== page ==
Skoda Kodiaq 2017 Frankfurt Motor Show Livestream

Skoda Karoq engine range

The Karoq is being launched with a line-up of five engines. There are two petrols - a 1.0-litre three-cylinder unit with 113bhp and 175Nm that emits 117g/km of CO2, and a 1.5 four-cylinder producing 148bhp and 250Nm; thanks in part to cylinder deactivation technology, this more potent engine almost matches the triple’s CO2 emissions, at 119g/km. 

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The entry-level diesel is a 1.6-litre motor, producing 113bhp and 250Nm of torque, and emitting 118g/km of CO2. Then there’s a 2.0 with 148bhp and 340Nm - enough for a 0-62mph time of 8.9 seconds, despite the lowest CO2 emissions of the entire Karoq range, at 115g/km. 

The range-topping motor is a 2.0-litre diesel with 228bhp and 400Nm. It’s offered only with four-wheel drive and a seven-speed dual-clutch automatic transmission (all of the other motors get a six-speed manual and front-drive as standard). Skoda claims it can crack 0-62mph in 7.8 seconds and reach a top speed of 131mph - although its CO2 emissions of 138g/km mean it’s likely to be one of the niche choices in the range, especially in the UK.

Front-drive Karoqs will have a choice of driving modes, and Dynamic Chassis Control (available on the 1.5- and 2.0-litre variants) offers adjustable electro-hydraulic suspension. Four-wheel-drive editions can be specified with an off-road mode, which uses the traction control system and an electronic differential lock to improve traction. The options list will also include a Rough-road package that adds more underbody protection if you know you’re going to be taking your car onto tougher terrain.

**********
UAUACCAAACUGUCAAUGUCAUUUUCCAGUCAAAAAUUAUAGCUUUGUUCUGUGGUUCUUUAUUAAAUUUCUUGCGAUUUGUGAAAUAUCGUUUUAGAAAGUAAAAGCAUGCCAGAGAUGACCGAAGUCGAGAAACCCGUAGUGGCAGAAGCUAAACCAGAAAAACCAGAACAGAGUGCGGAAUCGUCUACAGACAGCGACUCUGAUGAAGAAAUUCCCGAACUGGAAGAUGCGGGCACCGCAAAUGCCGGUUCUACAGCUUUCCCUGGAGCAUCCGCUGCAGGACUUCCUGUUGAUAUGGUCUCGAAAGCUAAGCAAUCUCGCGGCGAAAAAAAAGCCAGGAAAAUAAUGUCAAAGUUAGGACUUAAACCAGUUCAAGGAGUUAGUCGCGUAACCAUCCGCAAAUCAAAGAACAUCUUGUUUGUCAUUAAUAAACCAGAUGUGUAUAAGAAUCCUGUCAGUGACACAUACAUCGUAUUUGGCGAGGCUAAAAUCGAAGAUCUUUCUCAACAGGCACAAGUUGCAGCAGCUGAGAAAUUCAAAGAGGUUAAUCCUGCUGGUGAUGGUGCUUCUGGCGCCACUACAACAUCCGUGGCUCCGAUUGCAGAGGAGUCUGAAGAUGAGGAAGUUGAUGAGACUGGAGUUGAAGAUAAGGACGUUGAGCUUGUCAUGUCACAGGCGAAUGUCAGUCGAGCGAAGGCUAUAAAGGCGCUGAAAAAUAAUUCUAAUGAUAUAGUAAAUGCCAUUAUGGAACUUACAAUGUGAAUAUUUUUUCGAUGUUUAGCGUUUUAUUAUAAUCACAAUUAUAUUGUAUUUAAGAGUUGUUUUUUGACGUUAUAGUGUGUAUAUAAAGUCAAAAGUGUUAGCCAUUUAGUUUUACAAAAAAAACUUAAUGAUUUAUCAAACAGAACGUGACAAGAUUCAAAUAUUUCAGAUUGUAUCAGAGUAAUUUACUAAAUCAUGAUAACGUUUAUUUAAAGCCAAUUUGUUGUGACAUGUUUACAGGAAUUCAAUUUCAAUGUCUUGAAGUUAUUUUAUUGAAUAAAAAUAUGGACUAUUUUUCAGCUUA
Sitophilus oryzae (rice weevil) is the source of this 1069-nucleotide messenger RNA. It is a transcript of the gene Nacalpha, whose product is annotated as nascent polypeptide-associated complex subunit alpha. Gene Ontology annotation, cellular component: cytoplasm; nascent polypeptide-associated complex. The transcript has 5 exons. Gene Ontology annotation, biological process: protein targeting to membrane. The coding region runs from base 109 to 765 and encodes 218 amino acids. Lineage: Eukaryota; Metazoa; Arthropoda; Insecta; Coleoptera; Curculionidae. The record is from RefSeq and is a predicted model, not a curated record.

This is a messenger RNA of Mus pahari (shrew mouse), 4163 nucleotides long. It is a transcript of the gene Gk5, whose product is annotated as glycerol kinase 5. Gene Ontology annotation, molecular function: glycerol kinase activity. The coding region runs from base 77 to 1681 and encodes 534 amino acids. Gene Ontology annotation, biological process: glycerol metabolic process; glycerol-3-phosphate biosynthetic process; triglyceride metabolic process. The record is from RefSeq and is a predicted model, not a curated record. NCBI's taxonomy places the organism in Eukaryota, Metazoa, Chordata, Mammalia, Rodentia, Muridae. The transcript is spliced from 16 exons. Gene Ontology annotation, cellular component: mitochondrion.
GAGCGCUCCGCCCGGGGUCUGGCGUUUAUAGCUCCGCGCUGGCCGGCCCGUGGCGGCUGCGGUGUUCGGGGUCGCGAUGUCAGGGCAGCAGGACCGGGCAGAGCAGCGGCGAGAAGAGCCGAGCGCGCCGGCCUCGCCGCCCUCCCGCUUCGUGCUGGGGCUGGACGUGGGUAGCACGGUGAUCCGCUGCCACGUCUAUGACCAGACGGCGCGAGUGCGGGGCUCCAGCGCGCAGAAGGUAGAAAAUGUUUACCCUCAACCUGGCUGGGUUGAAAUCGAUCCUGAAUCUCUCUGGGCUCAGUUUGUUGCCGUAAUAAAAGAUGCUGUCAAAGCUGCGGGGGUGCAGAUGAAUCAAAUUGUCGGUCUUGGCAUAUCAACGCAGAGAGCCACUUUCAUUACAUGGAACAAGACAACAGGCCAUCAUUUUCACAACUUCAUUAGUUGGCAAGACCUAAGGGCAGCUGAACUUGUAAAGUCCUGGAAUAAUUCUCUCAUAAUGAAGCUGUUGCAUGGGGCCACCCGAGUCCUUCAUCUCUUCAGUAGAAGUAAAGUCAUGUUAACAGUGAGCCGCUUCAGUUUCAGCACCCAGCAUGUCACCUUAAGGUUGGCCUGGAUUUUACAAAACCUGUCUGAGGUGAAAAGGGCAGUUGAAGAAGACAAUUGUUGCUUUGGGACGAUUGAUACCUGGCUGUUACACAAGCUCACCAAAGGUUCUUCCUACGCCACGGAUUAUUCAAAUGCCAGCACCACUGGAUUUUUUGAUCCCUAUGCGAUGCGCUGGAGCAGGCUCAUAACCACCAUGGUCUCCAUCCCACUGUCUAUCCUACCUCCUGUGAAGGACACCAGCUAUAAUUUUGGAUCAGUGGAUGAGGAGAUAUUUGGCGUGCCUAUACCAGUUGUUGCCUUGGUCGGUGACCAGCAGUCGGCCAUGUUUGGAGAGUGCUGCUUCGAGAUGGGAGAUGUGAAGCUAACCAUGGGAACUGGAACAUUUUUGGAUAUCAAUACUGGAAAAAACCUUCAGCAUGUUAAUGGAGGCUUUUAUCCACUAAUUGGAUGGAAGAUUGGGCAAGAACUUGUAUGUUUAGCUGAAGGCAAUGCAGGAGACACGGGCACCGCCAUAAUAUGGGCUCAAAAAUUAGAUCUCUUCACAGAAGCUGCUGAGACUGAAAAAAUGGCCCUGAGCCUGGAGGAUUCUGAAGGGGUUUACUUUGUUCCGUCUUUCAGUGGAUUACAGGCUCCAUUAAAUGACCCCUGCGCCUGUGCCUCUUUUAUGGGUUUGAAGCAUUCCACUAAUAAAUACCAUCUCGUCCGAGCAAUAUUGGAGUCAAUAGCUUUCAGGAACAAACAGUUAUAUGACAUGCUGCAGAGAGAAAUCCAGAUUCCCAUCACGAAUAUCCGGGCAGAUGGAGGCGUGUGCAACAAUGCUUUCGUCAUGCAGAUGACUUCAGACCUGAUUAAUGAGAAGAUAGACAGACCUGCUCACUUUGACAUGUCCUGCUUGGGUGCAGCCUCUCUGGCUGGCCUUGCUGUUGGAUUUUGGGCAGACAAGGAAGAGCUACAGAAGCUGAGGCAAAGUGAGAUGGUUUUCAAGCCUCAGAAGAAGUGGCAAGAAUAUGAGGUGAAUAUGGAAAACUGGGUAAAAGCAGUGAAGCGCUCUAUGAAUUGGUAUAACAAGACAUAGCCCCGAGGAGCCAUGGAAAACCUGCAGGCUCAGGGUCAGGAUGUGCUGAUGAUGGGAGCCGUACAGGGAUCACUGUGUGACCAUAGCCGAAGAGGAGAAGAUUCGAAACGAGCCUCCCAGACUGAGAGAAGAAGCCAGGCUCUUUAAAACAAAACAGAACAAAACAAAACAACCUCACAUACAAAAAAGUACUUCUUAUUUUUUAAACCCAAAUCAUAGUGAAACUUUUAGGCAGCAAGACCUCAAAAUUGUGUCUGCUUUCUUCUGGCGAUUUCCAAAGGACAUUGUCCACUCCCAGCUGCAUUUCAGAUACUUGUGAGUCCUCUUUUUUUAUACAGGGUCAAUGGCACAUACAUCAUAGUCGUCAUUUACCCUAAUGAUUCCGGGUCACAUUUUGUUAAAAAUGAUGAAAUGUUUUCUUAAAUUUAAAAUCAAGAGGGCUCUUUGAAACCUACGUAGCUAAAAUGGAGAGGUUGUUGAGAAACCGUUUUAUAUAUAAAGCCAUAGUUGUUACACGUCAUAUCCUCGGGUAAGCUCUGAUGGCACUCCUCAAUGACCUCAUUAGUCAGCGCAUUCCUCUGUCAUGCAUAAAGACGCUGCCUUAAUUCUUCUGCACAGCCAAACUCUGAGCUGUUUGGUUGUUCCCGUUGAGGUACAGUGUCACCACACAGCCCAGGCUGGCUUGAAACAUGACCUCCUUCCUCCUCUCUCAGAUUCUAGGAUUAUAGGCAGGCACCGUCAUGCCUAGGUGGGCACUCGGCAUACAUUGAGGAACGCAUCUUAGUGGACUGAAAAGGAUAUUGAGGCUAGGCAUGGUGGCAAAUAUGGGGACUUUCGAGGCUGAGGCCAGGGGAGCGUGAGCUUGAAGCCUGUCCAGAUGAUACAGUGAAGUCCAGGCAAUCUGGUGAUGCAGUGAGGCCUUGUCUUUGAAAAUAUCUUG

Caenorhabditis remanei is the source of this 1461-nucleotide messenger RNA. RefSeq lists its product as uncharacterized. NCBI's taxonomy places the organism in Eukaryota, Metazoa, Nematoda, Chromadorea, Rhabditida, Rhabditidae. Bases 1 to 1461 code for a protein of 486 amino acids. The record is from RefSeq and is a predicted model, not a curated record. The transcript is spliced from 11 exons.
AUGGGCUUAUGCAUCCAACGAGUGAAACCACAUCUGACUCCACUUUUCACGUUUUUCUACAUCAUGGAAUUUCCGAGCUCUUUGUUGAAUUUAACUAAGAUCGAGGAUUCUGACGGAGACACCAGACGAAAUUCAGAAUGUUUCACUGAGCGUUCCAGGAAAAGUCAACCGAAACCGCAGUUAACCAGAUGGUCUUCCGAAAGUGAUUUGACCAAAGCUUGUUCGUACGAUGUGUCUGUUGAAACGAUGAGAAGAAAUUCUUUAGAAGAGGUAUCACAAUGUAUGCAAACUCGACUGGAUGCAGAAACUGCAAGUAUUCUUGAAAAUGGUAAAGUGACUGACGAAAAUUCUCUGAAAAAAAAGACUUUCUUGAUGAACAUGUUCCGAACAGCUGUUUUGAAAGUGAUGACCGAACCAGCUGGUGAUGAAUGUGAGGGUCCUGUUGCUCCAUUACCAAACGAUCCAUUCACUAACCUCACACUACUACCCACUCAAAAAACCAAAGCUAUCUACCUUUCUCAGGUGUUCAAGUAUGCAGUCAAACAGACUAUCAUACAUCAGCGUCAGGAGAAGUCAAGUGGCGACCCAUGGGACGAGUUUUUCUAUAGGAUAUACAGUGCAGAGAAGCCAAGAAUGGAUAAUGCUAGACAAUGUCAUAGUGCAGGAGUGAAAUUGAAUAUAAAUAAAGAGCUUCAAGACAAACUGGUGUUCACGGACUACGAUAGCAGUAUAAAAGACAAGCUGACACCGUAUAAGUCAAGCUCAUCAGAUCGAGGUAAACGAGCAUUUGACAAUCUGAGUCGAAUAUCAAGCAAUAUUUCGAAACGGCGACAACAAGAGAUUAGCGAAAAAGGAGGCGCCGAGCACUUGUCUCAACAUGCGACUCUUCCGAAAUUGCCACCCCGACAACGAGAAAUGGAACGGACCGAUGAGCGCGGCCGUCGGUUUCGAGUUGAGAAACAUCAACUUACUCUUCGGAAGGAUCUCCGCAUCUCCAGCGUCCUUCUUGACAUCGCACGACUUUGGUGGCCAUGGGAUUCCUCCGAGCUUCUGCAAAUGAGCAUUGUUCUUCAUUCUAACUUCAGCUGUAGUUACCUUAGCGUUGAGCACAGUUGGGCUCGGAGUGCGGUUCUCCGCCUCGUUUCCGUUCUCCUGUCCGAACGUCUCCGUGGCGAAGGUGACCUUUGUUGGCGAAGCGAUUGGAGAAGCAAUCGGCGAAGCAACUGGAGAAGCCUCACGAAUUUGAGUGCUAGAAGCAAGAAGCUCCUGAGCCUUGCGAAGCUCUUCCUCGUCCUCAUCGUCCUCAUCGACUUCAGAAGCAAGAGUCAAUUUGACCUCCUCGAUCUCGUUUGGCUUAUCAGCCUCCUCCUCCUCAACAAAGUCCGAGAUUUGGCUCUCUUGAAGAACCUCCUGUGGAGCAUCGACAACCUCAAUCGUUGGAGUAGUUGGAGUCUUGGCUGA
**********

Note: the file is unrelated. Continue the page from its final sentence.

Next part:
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New Skoda Karoq prototype review

Skoda Karoq cabin and tech

Inside, the Karoq showcases the latest version of Skoda’s interior design, with four vertical air vents punctuating the fascia, and the central infotainment screen mounted high up and in the centre of the dash. The car is a five-seater, and its longer wheelbase delivers considerably more passenger space than in a Yeti, especially for rear-seat occupants. 

The boot capacity grows too, up to 521 litres if the rear seats are fixed, and 1,630 litres if they’re folded down. But Skoda is offering an optional system called VarioFlex, which allows you to move all three of the rear seats individually - or to remove them altogether. Capacities with this configuration range from 421 litres if you priorities legroom for all three rear passengers and 588 litres if you elect to maximise boot space, to 1,810 litres with the second row removed entirely.